This pattern often repeated itself, leaving me in despair.
So I turned inwards and breathed into my pain. I asked the universe, What are you trying to teach me? No answer.
Meanwhile, my ego blurted, This is so unfair! How can people be so disrespectful?
Many spiritual teachers encourage us to not bother with such thoughts. But my ego pushed and pulled at me, wailing for my care.
When I finally embraced my agony, a tiny voice uttered, I’m scared. It was my inner child, hiding beneath the covers.
What are you scared of? I asked.
Of being abandoned.
Suddenly, images of that fateful school day bloomed in my mind. My lonely 5-year-old self was weeping for Mom.
This process taught me it’s okay to get involved with “negative” thoughts. Because I healed unconscious pain and identified a major limiting belief.
Now I could take the reins back.
How to clear limiting beliefs
Once we identify our beliefs, it’s time to welcome the painful emotions tied to them.
All beliefs served us at some point. We don’t have to beat ourselves up for letting those beliefs rule our lives for so long. They helped us digest trying times.
Now we can shine our awareness on the underlying emotions. We can use grounding techniques to stay anchored.
I can’t stress this point enough: Meeting our pain with love unravels limiting beliefs.
Little by little, our loving awareness takes the power out of old habits and beliefs. Then we can begin to enjoy the sweetness of freedom—the ability to choose a different reaction and make wiser choices.
Some psychologists recommend rationalizing limiting beliefs and acting on new ones to prove their validity. This method only worked for a little while before my ego returned stronger than before!
Instead, practicing mindfulness meditation throughout my entire day was key. The more I embraced my pain around a limiting belief, the more everything fell into place. I didn’t need to do much more than that to improve my life.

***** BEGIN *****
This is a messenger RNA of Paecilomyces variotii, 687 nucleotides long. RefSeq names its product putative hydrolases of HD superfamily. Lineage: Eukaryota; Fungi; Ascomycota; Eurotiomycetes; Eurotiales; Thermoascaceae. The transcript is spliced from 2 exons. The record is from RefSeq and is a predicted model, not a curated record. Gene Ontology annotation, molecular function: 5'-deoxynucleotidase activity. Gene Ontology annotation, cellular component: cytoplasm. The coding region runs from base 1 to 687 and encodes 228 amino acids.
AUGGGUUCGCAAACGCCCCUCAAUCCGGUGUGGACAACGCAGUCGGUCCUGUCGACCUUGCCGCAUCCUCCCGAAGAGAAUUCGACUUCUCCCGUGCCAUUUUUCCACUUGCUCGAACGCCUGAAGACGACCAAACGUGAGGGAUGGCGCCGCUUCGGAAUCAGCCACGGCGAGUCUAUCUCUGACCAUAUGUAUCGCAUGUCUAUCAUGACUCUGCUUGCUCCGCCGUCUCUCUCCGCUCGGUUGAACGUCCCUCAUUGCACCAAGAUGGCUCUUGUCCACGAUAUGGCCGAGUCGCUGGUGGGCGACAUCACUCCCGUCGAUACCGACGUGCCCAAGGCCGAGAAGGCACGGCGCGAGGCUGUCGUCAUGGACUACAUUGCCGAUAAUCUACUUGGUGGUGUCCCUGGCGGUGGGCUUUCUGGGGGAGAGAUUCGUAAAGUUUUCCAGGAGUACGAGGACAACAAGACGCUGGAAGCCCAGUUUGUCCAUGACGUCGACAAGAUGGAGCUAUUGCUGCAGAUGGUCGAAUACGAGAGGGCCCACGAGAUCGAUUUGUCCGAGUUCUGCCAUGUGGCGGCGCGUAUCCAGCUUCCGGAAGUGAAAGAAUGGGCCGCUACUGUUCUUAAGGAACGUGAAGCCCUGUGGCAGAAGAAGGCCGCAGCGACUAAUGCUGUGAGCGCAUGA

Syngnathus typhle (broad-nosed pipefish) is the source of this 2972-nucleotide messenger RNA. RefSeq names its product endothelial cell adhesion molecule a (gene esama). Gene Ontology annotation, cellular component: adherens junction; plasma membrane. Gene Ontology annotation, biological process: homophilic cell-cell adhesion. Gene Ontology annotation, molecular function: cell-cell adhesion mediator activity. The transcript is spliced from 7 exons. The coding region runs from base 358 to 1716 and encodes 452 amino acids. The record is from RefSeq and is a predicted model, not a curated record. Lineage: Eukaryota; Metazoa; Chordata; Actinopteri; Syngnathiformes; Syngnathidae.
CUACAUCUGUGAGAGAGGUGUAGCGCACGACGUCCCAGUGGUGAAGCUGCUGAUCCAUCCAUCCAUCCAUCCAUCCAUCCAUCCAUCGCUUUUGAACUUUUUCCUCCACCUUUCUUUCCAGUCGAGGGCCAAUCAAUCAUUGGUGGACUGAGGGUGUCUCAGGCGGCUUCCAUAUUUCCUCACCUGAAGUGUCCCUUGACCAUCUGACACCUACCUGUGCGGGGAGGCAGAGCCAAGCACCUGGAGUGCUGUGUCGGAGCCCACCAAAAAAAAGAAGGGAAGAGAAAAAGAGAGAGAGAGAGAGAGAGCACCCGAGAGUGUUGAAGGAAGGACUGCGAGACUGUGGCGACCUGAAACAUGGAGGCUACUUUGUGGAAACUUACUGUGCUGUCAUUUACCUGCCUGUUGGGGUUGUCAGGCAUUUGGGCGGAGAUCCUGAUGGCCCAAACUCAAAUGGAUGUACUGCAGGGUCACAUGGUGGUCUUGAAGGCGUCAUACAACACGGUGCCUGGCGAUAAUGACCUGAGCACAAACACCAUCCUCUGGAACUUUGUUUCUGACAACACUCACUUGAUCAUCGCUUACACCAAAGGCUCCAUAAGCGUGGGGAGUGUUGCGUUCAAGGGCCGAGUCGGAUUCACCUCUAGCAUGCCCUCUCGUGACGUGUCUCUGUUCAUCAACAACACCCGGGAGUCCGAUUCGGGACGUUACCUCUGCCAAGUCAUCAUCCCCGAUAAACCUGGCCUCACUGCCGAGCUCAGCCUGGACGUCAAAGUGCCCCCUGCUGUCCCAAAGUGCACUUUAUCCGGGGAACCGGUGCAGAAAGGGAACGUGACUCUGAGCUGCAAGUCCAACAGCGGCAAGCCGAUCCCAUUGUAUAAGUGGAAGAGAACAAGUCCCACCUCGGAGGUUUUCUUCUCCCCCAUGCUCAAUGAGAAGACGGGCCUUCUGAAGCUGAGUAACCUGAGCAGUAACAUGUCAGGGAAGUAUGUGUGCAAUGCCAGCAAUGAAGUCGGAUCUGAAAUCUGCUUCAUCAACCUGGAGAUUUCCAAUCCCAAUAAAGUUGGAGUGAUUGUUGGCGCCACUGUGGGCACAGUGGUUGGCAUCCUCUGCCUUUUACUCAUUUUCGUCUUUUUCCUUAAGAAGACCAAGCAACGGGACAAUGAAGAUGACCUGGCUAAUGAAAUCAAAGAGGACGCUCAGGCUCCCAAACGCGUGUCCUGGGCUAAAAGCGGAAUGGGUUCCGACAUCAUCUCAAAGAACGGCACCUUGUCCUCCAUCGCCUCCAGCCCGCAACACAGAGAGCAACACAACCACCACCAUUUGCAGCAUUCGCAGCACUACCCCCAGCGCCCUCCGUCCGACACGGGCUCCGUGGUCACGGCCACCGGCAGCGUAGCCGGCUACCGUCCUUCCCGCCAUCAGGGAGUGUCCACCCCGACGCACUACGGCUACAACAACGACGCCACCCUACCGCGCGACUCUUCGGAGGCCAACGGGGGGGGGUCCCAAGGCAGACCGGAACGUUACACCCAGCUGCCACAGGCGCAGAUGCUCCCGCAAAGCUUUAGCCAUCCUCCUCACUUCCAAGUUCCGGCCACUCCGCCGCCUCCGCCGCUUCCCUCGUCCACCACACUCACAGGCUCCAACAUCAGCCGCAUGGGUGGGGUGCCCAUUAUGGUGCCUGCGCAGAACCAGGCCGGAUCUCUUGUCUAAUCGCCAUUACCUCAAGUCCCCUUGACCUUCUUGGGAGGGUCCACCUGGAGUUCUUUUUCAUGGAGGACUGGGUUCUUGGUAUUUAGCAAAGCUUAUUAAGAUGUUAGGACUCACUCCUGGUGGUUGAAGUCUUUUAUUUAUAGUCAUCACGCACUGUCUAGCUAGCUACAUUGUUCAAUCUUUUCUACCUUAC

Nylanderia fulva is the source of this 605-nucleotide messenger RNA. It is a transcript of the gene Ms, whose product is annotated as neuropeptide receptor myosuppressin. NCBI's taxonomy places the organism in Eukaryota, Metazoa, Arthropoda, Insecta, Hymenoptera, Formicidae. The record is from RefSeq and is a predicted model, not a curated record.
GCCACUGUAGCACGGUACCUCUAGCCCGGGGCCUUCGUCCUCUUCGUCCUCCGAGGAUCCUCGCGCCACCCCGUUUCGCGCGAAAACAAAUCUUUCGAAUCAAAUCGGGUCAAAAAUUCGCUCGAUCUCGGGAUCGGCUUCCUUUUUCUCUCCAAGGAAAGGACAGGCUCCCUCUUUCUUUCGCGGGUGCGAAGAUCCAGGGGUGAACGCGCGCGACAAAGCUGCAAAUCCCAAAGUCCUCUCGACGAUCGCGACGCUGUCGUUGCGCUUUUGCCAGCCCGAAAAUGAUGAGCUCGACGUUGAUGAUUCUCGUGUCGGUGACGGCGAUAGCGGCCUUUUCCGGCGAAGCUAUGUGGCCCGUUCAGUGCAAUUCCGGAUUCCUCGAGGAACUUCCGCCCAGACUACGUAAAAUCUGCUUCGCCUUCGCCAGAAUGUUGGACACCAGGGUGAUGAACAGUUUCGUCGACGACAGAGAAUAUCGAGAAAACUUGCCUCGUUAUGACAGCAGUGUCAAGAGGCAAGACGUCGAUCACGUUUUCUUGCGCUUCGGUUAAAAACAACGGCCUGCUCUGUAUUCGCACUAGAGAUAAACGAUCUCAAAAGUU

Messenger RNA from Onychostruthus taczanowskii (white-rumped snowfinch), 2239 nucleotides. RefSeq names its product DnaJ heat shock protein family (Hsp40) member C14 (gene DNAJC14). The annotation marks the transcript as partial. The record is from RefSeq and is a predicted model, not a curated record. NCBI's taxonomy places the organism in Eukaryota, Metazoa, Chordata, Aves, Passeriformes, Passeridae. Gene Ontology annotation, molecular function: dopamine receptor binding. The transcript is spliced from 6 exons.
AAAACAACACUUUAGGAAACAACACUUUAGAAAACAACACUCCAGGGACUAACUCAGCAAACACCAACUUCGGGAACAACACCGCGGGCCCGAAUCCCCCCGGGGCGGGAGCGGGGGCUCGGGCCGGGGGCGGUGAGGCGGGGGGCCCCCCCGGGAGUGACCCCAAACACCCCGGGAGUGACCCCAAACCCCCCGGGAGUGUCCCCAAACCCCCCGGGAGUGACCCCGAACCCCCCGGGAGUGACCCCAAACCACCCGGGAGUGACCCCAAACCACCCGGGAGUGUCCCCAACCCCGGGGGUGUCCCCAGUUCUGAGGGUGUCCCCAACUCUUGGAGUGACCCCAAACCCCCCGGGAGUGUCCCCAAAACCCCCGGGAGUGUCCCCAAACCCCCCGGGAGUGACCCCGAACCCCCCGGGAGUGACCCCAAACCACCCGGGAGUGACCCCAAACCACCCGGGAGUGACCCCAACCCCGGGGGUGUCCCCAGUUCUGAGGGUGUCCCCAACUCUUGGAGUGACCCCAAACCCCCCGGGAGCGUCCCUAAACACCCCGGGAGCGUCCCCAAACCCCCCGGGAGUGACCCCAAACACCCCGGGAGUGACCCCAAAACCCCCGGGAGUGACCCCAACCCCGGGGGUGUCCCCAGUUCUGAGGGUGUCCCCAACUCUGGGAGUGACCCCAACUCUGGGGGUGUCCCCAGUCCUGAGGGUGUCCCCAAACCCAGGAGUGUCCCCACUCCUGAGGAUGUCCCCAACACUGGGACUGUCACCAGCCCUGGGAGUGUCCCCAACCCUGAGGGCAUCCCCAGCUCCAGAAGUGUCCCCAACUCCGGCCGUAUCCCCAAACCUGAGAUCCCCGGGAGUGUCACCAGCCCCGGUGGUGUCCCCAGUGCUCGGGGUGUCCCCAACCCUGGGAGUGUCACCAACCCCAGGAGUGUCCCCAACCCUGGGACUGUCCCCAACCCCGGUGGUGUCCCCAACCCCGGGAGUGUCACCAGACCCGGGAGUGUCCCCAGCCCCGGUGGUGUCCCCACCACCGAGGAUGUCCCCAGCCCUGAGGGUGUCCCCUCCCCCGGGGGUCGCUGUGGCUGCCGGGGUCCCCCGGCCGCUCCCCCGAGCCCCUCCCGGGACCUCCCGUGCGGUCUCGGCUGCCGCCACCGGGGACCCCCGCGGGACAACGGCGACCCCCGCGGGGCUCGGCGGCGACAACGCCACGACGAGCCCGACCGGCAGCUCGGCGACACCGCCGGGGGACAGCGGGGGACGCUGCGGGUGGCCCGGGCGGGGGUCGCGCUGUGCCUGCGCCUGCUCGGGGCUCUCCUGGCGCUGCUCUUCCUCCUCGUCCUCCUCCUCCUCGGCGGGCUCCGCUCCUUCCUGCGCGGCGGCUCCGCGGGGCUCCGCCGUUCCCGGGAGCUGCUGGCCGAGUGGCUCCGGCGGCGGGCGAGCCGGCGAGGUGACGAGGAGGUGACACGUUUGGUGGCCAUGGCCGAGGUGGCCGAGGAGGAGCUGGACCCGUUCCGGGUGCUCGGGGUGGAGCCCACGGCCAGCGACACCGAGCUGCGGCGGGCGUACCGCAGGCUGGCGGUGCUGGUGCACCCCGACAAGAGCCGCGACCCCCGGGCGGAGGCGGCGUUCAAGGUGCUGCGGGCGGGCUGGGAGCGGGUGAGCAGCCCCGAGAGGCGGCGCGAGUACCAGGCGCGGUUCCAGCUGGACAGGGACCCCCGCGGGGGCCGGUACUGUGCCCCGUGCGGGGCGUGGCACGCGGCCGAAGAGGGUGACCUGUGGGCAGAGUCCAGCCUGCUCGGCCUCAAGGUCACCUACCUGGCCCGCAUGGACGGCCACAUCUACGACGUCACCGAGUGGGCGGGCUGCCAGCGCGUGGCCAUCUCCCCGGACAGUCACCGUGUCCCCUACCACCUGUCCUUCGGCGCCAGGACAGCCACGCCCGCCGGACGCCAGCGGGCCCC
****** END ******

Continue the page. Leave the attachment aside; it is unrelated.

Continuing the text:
Because we’re already love, peace and abundance. We just couldn’t experience it because our past wounds blocked them.
Fortunately, energy work can accelerate the process. I use EFT during my coaching calls, though you can try aromatherapy, Reiki, crystals, qi gong, hypnosis, etc.
It’s important to respect divine timing though. Sometimes, wounds don’t quite heal, despite our efforts. Other times, past hurts emerge out of nowhere and force us to meet them.
Old stories will dissipate, as long as you keep returning to your loving awareness.
We’re more than our beliefs
It’s not easy to embody our true nature—peaceful and free.
As children, we learned how to adapt to our environment to ensure our well-being.
When difficult situations occured, it was more bearable to repress painful emotions. That way, we could keep functioning within the chaos.
Now it’s time to encourage our inner child to come out from under the covers. To hold her hand and show her she’s safe.
We can mourn with her and clear the pain around limiting beliefs. So that she may thrive and shine her light again.
May you take refuge in your innate love and peace.
*If you’d like personalized guidance, I offer coaching packages to help you make peace with the past.
About the author
Annie Moussu is a spiritual coach offering practical wisdom to awakening souls. The world needs your inner peace. Sign up for her newsletter to get blog articles twice a month.